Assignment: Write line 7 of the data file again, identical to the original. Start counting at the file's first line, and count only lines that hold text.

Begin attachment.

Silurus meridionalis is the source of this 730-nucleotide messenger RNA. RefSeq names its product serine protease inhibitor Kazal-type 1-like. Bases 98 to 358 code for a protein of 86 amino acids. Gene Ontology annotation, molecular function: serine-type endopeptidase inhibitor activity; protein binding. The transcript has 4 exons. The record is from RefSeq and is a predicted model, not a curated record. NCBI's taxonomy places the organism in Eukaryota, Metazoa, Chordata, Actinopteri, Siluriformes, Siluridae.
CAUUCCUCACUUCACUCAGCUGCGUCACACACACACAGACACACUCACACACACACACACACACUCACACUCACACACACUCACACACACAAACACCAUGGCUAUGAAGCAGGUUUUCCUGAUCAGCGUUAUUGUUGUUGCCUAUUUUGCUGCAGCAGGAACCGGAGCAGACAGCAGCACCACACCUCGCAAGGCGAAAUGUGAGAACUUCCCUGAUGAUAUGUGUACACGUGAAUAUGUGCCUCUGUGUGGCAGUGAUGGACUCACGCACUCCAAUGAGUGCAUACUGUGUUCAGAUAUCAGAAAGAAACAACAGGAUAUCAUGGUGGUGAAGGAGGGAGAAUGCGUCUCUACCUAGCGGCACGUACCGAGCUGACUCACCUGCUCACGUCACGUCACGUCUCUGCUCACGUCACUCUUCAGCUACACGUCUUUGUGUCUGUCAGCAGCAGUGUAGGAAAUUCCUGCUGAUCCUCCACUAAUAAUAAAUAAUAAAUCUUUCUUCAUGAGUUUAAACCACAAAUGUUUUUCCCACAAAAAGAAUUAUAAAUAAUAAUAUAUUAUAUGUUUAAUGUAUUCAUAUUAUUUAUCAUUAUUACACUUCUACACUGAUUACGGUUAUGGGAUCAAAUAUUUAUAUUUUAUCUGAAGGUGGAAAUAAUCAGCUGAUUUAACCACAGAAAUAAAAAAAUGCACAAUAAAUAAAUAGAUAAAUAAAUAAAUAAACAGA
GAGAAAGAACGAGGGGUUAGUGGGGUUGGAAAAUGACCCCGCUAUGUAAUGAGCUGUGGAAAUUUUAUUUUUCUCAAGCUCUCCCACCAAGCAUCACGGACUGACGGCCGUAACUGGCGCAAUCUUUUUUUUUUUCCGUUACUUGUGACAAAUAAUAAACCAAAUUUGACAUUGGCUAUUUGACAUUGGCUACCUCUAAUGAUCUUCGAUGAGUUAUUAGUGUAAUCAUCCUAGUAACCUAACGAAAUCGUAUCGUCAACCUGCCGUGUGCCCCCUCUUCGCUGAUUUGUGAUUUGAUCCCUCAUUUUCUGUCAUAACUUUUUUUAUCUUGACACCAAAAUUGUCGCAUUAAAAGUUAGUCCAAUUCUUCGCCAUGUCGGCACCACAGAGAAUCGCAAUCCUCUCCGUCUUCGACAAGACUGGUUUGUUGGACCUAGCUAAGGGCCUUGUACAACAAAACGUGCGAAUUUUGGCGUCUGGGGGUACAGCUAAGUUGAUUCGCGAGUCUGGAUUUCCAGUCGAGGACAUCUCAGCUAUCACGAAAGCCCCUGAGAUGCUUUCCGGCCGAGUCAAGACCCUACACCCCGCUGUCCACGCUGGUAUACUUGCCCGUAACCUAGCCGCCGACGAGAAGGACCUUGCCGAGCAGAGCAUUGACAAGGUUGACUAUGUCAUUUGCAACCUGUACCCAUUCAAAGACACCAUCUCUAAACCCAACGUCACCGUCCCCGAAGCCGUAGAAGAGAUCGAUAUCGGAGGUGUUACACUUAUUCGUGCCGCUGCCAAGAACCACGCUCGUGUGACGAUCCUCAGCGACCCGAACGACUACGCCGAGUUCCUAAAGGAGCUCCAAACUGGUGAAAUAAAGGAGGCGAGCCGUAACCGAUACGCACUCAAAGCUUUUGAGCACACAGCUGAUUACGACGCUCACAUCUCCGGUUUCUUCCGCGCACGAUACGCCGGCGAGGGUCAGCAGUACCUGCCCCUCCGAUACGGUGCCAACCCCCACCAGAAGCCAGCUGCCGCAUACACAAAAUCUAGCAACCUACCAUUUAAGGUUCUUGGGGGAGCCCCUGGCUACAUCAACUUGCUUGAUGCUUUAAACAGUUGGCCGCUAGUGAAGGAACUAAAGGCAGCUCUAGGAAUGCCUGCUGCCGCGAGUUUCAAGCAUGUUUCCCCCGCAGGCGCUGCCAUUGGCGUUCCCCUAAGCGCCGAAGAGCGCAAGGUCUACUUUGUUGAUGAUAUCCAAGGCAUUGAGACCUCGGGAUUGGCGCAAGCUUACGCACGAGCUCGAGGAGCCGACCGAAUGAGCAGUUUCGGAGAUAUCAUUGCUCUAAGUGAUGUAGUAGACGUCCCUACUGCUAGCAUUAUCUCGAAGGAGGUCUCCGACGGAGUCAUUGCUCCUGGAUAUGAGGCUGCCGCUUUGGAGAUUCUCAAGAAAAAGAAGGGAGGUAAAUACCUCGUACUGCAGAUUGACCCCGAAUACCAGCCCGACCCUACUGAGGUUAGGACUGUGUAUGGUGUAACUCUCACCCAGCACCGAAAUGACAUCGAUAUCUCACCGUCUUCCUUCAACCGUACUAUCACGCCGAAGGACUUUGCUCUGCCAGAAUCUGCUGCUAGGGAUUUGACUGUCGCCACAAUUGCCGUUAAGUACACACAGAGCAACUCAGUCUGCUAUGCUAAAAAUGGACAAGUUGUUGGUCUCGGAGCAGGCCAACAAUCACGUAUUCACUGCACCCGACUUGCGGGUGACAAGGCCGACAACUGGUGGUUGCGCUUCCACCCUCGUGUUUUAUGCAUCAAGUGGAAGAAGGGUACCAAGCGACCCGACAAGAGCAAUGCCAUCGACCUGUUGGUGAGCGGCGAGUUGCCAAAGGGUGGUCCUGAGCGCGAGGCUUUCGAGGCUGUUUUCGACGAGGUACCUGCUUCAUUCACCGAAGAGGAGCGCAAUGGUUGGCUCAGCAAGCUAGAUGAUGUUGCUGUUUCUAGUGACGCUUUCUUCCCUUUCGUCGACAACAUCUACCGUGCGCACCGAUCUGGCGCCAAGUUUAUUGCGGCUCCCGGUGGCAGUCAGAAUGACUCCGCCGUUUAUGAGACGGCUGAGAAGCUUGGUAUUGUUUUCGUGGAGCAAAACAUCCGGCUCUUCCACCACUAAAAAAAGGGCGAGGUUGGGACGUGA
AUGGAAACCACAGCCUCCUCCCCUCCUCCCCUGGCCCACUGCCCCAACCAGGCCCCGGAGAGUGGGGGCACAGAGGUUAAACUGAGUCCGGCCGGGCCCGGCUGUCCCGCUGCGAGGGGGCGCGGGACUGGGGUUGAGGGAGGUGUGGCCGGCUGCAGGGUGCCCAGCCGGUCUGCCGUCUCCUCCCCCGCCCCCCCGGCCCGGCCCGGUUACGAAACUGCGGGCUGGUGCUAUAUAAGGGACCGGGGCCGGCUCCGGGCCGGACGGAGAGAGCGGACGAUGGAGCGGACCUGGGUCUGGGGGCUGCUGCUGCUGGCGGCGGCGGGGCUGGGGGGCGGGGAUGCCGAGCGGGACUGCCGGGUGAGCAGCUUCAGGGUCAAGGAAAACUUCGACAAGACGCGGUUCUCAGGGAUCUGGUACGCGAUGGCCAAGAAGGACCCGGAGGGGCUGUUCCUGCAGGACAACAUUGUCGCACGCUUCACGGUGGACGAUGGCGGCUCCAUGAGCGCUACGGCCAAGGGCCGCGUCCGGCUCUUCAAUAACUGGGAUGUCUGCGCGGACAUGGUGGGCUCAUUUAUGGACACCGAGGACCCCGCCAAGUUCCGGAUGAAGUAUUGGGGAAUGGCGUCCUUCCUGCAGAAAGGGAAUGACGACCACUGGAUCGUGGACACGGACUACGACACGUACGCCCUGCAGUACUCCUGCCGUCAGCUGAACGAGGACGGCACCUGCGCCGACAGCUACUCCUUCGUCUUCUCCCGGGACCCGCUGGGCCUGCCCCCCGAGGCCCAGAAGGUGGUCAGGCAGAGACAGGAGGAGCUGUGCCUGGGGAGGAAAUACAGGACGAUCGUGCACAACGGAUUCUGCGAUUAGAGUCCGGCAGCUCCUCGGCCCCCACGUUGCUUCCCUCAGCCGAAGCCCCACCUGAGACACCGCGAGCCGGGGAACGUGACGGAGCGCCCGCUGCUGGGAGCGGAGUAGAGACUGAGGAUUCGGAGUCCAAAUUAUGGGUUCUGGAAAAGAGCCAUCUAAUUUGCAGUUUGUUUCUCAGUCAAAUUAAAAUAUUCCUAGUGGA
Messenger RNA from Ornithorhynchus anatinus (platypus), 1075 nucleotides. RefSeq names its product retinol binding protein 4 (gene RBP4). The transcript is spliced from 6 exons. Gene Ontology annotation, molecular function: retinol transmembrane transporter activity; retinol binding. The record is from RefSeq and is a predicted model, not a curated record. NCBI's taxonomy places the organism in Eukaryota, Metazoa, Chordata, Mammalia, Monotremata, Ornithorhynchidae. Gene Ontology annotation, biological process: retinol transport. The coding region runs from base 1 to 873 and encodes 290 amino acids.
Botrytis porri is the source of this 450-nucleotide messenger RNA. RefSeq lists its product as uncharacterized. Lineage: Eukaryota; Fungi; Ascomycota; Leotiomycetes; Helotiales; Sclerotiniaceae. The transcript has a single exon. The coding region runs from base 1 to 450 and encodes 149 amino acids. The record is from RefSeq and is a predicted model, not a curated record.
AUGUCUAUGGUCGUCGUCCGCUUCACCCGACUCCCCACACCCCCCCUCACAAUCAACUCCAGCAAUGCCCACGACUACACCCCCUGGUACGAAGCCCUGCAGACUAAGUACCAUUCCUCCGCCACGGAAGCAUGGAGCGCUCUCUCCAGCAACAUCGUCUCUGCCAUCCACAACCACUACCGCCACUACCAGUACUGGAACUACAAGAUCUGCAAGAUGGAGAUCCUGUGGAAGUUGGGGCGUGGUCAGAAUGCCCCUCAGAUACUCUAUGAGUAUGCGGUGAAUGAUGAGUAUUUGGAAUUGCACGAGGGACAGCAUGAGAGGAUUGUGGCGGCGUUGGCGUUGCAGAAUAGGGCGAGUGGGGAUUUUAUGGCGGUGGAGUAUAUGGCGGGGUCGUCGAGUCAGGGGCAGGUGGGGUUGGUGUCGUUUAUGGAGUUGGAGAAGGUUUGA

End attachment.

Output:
AUGUCUAUGGUCGUCGUCCGCUUCACCCGACUCCCCACACCCCCCCUCACAAUCAACUCCAGCAAUGCCCACGACUACACCCCCUGGUACGAAGCCCUGCAGACUAAGUACCAUUCCUCCGCCACGGAAGCAUGGAGCGCUCUCUCCAGCAACAUCGUCUCUGCCAUCCACAACCACUACCGCCACUACCAGUACUGGAACUACAAGAUCUGCAAGAUGGAGAUCCUGUGGAAGUUGGGGCGUGGUCAGAAUGCCCCUCAGAUACUCUAUGAGUAUGCGGUGAAUGAUGAGUAUUUGGAAUUGCACGAGGGACAGCAUGAGAGGAUUGUGGCGGCGUUGGCGUUGCAGAAUAGGGCGAGUGGGGAUUUUAUGGCGGUGGAGUAUAUGGCGGGGUCGUCGAGUCAGGGGCAGGUGGGGUUGGUGUCGUUUAUGGAGUUGGAGAAGGUUUGA